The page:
Karen Armstrong speaks to the seekers - seekers of truth, seekers of wisdom, and those who are engaged in a search for God. It's a given that we learn from the lives of others. Yet few have experienced this author's profound spiritual journey and been able to share it so articulately. It is not that her powerful story needs added luster for it stands alone. Yet, hearing this reading in her voice does very much enrich the listener's experience. In addition, it is well worth replaying - a journey one would wish to hear related again and again. For those not familiar with her best-selling hardcover book, Ms. Armstrong spent 7 years in a Roman Catholic convent. She left that protected place in 1969, deeply disappointed that she had not found God there. The world she reentered was vastly changed, and she fell prey to panic attacks and inexplicable seizures - enough to terrify the bravest soul. She turned to psychiatry for help but that was a dead-end; her search for work was fruitless. At last, in 1976, it was found that she had epilepsy and she received appropriate care. Next, she turned to writing and an exploration of faiths other than Christianity, much to the benefit of a world anxious for words of reassurance. She is not only a role model but a splendid teacher as well. All who listen to her words are her beneficiaries.

    1 out of 2 people found this review helpful.

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  • Anonymous

    Posted May 7, 2004

    Honest, Insightful, Uplifting...

    I was entirely unfamiliar with Ms. Armstrong until I heard an interview with her recently on NPR's 'Speaking of Faith'. Her intelligence and ability to articulate precisely what she wanted to convey led me to purchase this book. What an poignant and brutally honest memoir this is. Armstrong's striking self-awareness is amazing and inspiring given her early experience in a convent and her undiagnosed epilepsy, which contributed to her failure at several endeavors following her re-entry into secular life. As a person who has struggled with clinical depression for most of my 41 years, and having been raised as a Roman Catholic myself, her story is a hopeful beacon. Ms. Armstrong writes with clarity and conviction - having heard her speak (on the radio), I can only say that meeting her in person would be a great treat. As she states, T.S. Eliot's poem 'Ash Wednesday' is the 'spine' of this book - by which she means that its structure and message mirror the book's and her own journey. A fascinating and enlightening book that I recommend highly.

    1 out of 2 people found this review helpful.

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  • Posted June 16, 2013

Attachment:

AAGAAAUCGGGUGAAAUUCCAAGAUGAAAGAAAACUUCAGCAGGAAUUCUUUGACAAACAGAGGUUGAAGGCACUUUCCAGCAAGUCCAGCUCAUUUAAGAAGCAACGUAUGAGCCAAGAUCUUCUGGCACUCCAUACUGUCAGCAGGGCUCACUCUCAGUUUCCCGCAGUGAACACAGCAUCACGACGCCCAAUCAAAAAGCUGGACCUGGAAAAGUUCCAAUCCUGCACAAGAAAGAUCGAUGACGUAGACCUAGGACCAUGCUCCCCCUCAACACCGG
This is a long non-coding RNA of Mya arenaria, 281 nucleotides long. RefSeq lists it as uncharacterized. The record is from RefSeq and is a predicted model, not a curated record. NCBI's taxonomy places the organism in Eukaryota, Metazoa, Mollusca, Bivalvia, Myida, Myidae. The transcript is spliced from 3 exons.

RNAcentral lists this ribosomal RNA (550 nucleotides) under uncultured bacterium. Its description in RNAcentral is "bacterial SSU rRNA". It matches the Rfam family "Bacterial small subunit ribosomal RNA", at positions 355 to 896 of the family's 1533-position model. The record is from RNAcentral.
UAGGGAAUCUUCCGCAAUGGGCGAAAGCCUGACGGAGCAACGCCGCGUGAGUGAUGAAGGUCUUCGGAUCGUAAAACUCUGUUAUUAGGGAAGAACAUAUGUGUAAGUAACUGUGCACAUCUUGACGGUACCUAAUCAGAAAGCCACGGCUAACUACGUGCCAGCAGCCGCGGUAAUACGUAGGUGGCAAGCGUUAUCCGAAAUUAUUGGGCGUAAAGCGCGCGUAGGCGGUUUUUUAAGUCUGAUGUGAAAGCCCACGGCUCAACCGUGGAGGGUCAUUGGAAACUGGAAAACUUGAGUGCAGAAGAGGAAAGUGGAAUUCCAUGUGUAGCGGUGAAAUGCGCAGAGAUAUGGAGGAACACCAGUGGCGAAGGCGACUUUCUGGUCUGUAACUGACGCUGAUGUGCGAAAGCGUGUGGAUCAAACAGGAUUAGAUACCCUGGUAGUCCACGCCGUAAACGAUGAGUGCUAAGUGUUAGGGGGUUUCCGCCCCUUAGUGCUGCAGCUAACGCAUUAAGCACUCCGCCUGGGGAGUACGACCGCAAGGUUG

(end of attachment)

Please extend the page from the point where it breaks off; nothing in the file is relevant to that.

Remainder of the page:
exceptional lady am buying her book on the1st.. Her insite is am

    exceptional lady am buying her book on the1st.. Her insite is amazing,i listened to her on Ophra's SuperSoul Sunday.. so inspireing..
    Religion is what we do,Spiritual,is who we are." i dodn't have that quite right but that was as Oprah says an AHHA Moment.

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  • Anonymous

    Posted February 23, 2006

    Excellent Book for Intellectual Seekers & Skeptics

    For those of us who have been on the receiving end of an abusive or dysfunctional relationship with the Catholic Church, and now find ourselves faithless, Armstrong offers hope for the future. This is not a memoir for those in denial about the serious questions raised by thoughtful analysis of Christianity - or any religion for that matter.

    0 out of 1 people found this review helpful.

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  • Anonymous

    Posted December 29, 2005

    Wise Men Still Seek Him & In So The Truth

    I empathize with the experiences of the Author in her experience in cold, dead religion. But as for Chris+ Himself, He is raised. I relate to her in her journey of comparative studies this process will only strengthen a person¿s faith as they see how Jesus stands head and shoulders above the rest. I too have been through this process, which has strengthened my own faith and versed me well in apologetics. May the Author continue to seek she will in the process come back to where she started with a conviction of how religion and the traditions of men have watered down the Good News of the Bible and whom Jesus really is. God the Son who became flesh

    0 out of 1 people found this review helpful.

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  • Anonymous

    Posted January 9, 2005

    Heartfelt - Insightful

    Awesome... What an appropriate title. I had never heard of her until reading some online reviews; searching for a book that would touch my heart. I certainly found one and would recommend it highly.

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    Posted August 26, 2009

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    Posted January 31, 2011

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    Posted August 18, 2011

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    Posted February 20, 2010